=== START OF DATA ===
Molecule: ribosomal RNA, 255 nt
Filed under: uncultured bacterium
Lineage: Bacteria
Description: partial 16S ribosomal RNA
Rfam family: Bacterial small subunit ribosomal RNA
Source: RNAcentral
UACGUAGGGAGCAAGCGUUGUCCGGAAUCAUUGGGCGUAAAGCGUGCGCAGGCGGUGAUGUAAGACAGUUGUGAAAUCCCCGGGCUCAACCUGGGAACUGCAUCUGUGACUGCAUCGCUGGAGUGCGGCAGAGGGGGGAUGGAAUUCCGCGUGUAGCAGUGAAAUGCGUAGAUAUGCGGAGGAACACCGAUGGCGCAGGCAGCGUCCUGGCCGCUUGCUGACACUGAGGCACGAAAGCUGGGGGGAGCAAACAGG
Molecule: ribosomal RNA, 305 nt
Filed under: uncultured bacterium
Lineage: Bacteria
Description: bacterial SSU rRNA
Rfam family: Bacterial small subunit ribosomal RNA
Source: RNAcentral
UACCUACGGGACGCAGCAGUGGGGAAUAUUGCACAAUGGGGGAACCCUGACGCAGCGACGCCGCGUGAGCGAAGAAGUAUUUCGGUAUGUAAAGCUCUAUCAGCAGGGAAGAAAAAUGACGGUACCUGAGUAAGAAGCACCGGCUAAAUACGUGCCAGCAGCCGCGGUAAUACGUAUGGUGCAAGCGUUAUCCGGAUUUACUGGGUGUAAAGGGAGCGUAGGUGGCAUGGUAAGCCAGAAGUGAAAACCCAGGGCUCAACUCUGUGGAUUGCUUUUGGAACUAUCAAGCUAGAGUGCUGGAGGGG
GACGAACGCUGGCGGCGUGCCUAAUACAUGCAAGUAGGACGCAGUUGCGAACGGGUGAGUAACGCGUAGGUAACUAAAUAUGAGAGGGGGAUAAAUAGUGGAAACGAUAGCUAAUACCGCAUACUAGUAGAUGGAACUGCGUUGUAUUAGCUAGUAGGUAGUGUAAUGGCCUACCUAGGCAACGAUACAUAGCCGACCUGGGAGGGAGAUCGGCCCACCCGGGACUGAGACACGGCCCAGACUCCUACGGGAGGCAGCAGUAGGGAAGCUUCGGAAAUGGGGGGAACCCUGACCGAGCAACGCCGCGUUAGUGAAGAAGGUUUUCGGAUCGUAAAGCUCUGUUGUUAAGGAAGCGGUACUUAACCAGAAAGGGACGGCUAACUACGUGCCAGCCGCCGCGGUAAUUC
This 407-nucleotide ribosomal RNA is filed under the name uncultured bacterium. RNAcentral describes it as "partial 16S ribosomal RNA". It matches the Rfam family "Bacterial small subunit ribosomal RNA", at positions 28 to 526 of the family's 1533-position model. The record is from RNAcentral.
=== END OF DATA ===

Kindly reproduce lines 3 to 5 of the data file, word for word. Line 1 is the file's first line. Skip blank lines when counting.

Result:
Lineage: Bacteria
Description: partial 16S ribosomal RNA
Rfam family: Bacterial small subunit ribosomal RNA